Friday, March 17, 2017
I finally finished up the trio of helbrutes that forms the Mayhem pack for my Iron Warriors. Each is painted somewhat differently, but I think they look they still belong to the same force. They have some custom bases (to help them stand out), with snow (to help them blend in with the rest of the snow-themed army) and while I don;t think these pictures quite do them justice it'll have to do.
Nothing like deep-striking multiple crazed chaos dreadnoughts into the enemy backfield to stir up some trouble. I may get to field them in their final state as soon as this Sunday.
Wednesday, March 15, 2017
I've been listening to a podcast that talks about old RPG's and it's been pretty entertaining both with games I know well and games I passed by. I'll talk more about them later but one thing that comes up in some of the conversations is "unplayable". I'm not going to pick on them specifically because I hear it all over the place. The recent listening just brought it to top of mind and I decided to discuss it in a post.
A strong "get off my lawn rant" advisory is now in effect.
First, let's talk about what people mean when they describe a game this way. To me it really breaks down into two categories:
- Literally, mechanically unplayable - I mostly hear this from younger gamers describing older games. I suspect it's more "I looked at it and looked too complicated for me to enjoy so I went no further with it" or "I've heard stories about it". I personally have yet to find a game that is literally "unplayable".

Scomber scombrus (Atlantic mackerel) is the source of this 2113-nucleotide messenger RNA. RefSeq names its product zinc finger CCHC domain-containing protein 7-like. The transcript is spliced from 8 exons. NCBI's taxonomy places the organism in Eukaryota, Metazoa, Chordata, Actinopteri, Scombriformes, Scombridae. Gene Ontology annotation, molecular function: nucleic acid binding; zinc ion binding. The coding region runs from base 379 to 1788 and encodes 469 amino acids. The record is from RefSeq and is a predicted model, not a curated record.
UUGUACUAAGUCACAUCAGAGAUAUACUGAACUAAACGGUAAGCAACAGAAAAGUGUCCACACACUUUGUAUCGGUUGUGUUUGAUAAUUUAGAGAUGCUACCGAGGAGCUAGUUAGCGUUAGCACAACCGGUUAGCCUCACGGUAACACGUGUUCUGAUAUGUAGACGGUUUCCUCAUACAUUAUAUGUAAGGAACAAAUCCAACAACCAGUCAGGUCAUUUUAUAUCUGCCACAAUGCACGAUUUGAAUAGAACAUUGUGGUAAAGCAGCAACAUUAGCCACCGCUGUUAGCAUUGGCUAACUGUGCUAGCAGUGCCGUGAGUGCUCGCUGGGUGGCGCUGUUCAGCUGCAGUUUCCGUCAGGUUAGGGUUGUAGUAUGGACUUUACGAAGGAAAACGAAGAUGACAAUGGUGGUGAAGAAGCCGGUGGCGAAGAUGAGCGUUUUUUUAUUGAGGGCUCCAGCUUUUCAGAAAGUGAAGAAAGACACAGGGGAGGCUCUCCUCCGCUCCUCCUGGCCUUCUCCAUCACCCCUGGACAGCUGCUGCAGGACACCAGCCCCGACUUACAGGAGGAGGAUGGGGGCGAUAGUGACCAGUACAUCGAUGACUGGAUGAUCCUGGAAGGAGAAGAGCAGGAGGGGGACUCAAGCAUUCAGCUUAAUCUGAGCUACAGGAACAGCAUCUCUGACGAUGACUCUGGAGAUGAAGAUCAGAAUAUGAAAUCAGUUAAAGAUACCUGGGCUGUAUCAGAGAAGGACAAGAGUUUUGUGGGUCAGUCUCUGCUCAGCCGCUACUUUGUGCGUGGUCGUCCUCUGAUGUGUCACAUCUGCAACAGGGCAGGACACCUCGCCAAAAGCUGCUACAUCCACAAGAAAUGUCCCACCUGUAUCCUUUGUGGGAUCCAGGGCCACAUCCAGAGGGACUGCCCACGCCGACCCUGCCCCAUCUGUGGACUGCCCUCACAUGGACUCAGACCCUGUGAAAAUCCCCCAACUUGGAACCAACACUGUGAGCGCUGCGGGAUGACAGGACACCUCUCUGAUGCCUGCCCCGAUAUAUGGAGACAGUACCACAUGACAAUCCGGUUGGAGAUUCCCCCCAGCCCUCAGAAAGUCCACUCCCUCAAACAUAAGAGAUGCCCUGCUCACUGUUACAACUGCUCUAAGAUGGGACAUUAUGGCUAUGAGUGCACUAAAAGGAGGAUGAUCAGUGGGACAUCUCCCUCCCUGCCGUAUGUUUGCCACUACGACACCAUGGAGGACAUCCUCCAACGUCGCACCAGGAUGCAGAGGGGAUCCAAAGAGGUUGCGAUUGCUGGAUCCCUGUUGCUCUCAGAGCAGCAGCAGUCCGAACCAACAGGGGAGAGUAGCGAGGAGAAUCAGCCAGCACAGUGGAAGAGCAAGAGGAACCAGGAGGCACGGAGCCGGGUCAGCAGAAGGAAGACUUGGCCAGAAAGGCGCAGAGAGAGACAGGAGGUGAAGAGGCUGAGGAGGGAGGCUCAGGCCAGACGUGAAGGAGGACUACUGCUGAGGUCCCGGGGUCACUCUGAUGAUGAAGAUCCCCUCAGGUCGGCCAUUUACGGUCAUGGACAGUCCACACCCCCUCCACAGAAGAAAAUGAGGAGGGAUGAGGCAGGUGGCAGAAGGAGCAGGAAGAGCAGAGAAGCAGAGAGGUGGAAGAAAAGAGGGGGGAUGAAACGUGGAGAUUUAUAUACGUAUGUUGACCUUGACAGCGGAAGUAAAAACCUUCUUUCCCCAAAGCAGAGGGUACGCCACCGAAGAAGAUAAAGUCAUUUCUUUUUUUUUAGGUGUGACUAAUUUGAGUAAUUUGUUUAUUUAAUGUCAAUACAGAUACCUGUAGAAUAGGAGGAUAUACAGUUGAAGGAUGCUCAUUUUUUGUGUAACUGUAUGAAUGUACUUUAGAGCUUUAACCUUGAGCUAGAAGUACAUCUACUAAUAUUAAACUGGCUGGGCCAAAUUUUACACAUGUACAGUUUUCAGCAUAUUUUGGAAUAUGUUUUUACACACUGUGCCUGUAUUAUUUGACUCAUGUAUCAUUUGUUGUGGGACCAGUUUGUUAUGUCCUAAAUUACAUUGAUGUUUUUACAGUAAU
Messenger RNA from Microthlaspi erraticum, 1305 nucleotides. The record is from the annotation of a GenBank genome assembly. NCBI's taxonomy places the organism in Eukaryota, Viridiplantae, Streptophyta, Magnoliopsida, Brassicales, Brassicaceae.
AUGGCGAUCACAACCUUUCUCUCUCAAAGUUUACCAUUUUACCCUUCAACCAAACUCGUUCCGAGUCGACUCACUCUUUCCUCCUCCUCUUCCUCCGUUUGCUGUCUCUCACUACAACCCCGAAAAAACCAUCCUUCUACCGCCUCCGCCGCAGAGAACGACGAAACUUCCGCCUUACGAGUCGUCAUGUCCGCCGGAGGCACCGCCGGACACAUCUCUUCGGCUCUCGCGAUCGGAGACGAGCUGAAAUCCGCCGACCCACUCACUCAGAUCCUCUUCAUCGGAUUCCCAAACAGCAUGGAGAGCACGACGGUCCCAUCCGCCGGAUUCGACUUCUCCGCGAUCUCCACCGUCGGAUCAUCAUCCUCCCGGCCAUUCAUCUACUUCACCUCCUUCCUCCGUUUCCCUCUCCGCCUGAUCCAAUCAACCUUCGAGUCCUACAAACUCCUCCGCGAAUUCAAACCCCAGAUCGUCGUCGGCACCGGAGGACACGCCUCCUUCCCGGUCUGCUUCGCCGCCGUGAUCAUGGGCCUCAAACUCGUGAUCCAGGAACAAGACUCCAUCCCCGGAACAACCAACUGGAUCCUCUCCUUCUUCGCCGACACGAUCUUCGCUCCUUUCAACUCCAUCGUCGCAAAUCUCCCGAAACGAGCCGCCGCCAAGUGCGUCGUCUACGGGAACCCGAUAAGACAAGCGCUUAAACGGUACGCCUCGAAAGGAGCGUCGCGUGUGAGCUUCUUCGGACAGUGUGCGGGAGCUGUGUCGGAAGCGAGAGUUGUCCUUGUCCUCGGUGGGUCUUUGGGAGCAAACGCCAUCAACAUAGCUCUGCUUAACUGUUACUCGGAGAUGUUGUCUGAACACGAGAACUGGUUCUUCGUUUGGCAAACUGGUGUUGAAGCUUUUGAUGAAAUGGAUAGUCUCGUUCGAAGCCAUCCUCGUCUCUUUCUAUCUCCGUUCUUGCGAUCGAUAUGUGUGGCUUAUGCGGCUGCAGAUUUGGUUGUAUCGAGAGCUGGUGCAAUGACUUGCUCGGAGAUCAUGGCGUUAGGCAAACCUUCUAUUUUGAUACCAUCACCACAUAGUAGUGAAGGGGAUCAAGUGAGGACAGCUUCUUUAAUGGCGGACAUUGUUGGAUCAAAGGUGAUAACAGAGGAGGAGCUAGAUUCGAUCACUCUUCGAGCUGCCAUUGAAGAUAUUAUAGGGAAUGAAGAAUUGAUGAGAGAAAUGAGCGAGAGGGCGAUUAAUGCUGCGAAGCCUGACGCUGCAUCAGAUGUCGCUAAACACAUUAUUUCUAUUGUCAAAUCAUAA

- Complicated to the point that it's not worth playing, especially when there are alternative games available that cover a similar niche - this is far more common and it's how I feel about quite a few games out there. Really, it's more "not as enjoyable" rather than "unplayable".
I make this distinction because every so often I hear a game dispatched as "unplayable", sometimes with a bonus of sneering attitude to go with it, which happens to be a game I've played or run for an extended period of time. This of course immediately puts the lie to the "unplayable" description.
Somewhere along the internet's lifespan theoryhammer/theorycrafting became in some people's minds as valid a set of thoughts about a game as actual experience. Someone looks at the math of the game and declares it unworkable. Someone finds a rule with some kind of logic flaw in it and declares the entire game invalid as a result.
RPG's have never been "here's a book - do everything exactly as it is written here." Never. Different people have interpreted things differently, modified rules into something they liked better, and added new rules to cover something they felt was missing or underrepresented.
A typical response to this from the non-players is something like "well sure if you start changing the rules it works" - no! It probably "worked" just fine before! I'm changing the rules because I think it works better!
Another common cry: "Why should I pay for it if I have to modify the rules to make them work". If that's your attitude you probably shouldn't! In fact if that's your attitude I'm not sure you should be playing RPG's at all! I don't say that to be some kind of snob - I say it because it's a just part of what people do with these kinds of games!
Let's get into some specifics:
- Rifts - I regularly hear when the game comes up about how it's "unplayable". I ran a game for over a year, pretty much by the book. Core book plus whatever add-ons struck our fancy. yes, the rules are clunky and sometimes inconsistent. Yes I think the new Savage Worlds version is going to be a much better experience for most people. By no means though is it "unplayable".
- Shadowrun: one of the things 4th edition SR touted was the new "better" task resolution system that made it much easier to figure the odds of success compared to the older editions where it was "almost unplayable". Seriously? One of the most popular RPG's of the 90's was "almost unplayable". I played in and ran multiple campaigns through 1st, 2nd, and 3rd editions and we typically thought the system was damned innovative at the time.